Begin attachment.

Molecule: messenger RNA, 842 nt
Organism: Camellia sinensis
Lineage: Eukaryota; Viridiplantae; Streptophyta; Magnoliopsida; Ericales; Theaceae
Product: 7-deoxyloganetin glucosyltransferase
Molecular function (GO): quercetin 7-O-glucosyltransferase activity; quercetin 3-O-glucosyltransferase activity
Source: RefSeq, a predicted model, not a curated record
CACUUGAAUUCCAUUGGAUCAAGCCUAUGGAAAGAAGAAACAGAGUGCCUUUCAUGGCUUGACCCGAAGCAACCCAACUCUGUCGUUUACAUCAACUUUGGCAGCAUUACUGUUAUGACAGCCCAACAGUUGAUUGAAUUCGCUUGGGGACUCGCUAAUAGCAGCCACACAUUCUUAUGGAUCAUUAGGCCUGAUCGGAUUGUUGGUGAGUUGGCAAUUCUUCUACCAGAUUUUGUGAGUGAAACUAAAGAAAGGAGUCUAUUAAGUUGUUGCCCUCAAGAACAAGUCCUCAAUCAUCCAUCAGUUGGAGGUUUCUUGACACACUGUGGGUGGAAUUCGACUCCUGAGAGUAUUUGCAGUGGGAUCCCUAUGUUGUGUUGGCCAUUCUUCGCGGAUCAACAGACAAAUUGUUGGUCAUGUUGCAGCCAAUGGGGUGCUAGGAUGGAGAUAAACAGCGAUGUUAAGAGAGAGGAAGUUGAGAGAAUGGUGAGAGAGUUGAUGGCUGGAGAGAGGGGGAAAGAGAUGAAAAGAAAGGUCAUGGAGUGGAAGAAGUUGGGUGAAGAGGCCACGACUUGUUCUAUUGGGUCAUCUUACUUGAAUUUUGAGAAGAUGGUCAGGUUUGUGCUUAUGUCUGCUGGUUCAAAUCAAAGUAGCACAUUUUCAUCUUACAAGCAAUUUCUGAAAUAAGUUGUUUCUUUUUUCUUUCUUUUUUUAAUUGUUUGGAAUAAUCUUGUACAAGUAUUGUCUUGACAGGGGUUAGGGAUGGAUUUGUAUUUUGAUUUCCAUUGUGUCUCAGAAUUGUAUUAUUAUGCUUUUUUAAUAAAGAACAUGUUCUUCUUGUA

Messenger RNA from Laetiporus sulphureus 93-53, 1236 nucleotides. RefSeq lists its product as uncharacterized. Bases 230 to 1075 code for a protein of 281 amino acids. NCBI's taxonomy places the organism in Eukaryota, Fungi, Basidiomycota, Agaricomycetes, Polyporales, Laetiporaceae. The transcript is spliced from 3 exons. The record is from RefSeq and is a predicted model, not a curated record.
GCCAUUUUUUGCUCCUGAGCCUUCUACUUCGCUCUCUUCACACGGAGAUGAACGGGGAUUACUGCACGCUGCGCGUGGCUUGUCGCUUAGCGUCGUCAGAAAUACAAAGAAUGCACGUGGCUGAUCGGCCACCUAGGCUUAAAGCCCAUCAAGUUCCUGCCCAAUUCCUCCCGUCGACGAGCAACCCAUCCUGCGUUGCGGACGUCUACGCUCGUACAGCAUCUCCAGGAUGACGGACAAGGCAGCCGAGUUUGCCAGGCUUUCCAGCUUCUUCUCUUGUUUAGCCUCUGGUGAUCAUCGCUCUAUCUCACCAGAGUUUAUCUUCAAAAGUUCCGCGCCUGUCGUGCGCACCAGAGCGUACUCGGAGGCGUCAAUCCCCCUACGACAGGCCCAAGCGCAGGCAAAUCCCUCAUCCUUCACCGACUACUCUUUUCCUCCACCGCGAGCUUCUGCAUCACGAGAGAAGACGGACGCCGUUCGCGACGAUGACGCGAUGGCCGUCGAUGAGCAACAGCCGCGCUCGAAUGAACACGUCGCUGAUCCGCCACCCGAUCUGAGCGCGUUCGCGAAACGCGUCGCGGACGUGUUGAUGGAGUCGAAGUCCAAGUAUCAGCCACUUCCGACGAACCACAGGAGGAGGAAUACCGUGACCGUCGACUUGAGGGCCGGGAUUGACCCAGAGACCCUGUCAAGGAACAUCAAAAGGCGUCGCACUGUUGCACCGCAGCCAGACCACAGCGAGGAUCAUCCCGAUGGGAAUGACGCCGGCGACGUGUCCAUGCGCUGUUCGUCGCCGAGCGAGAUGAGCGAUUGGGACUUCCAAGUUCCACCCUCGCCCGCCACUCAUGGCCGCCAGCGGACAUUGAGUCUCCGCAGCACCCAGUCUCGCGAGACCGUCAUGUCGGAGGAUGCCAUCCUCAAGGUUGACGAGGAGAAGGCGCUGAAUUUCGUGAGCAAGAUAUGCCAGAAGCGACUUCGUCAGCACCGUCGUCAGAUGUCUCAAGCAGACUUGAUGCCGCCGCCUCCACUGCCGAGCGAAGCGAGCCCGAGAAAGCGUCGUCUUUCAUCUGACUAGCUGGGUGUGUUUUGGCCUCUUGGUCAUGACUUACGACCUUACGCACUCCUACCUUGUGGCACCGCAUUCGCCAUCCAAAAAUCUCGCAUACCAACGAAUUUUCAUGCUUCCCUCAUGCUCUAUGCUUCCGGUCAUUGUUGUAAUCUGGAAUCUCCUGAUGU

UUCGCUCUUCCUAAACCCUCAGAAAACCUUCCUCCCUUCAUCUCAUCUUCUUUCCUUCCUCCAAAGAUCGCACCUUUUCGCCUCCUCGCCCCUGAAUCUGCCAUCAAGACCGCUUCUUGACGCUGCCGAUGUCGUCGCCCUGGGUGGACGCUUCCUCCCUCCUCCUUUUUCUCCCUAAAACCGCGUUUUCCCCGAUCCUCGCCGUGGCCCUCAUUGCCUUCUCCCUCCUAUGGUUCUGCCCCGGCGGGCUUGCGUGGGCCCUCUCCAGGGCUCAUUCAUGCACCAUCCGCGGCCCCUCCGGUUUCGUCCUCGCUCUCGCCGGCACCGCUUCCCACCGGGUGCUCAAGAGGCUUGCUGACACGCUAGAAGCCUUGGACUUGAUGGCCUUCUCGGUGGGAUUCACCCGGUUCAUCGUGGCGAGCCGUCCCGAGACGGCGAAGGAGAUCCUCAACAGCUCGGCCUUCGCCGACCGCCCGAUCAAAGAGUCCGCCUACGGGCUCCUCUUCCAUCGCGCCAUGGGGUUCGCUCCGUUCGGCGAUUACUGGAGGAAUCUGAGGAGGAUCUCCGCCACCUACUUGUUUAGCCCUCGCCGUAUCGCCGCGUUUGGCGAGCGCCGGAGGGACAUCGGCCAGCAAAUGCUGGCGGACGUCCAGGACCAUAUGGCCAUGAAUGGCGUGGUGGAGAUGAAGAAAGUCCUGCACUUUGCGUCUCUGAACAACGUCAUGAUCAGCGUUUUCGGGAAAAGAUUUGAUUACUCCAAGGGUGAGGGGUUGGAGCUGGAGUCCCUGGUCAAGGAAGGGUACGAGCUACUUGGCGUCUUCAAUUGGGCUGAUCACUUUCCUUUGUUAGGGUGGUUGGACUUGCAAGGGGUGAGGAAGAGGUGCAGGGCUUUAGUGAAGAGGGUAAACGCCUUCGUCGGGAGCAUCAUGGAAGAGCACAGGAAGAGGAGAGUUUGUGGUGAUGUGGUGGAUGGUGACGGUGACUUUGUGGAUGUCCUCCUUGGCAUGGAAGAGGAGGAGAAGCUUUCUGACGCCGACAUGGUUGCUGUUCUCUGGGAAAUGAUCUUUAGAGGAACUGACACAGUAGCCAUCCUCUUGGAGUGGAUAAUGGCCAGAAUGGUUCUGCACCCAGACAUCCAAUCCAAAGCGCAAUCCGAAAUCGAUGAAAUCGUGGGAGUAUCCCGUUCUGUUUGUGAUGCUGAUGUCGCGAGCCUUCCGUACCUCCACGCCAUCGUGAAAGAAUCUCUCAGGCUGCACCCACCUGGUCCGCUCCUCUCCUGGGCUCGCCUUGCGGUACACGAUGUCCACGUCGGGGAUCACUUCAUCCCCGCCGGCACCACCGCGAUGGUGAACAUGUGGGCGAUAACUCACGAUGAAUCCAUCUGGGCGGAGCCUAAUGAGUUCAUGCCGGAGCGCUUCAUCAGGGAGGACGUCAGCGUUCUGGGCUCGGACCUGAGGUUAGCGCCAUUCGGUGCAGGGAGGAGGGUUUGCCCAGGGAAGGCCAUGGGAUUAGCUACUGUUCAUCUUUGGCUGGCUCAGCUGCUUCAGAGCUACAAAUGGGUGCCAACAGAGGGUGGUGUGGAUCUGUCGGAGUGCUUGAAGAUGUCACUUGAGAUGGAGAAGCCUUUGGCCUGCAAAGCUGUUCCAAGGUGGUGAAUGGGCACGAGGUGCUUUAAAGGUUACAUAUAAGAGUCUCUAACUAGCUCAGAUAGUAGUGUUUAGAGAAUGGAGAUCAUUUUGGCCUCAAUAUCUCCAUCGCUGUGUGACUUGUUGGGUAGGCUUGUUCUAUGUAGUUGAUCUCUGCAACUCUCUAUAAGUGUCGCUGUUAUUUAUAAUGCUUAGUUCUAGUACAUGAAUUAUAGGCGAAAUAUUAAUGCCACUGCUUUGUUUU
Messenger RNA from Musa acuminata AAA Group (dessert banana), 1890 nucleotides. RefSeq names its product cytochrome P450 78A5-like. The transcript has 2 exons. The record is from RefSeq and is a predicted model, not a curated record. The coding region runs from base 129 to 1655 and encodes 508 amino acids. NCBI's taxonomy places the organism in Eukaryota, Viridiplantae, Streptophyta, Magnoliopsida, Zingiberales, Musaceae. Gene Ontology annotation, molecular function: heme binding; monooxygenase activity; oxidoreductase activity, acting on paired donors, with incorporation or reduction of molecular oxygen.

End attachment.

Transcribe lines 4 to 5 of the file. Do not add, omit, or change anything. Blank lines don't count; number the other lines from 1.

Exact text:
Product: 7-deoxyloganetin glucosyltransferase
Molecular function (GO): quercetin 7-O-glucosyltransferase activity; quercetin 3-O-glucosyltransferase activity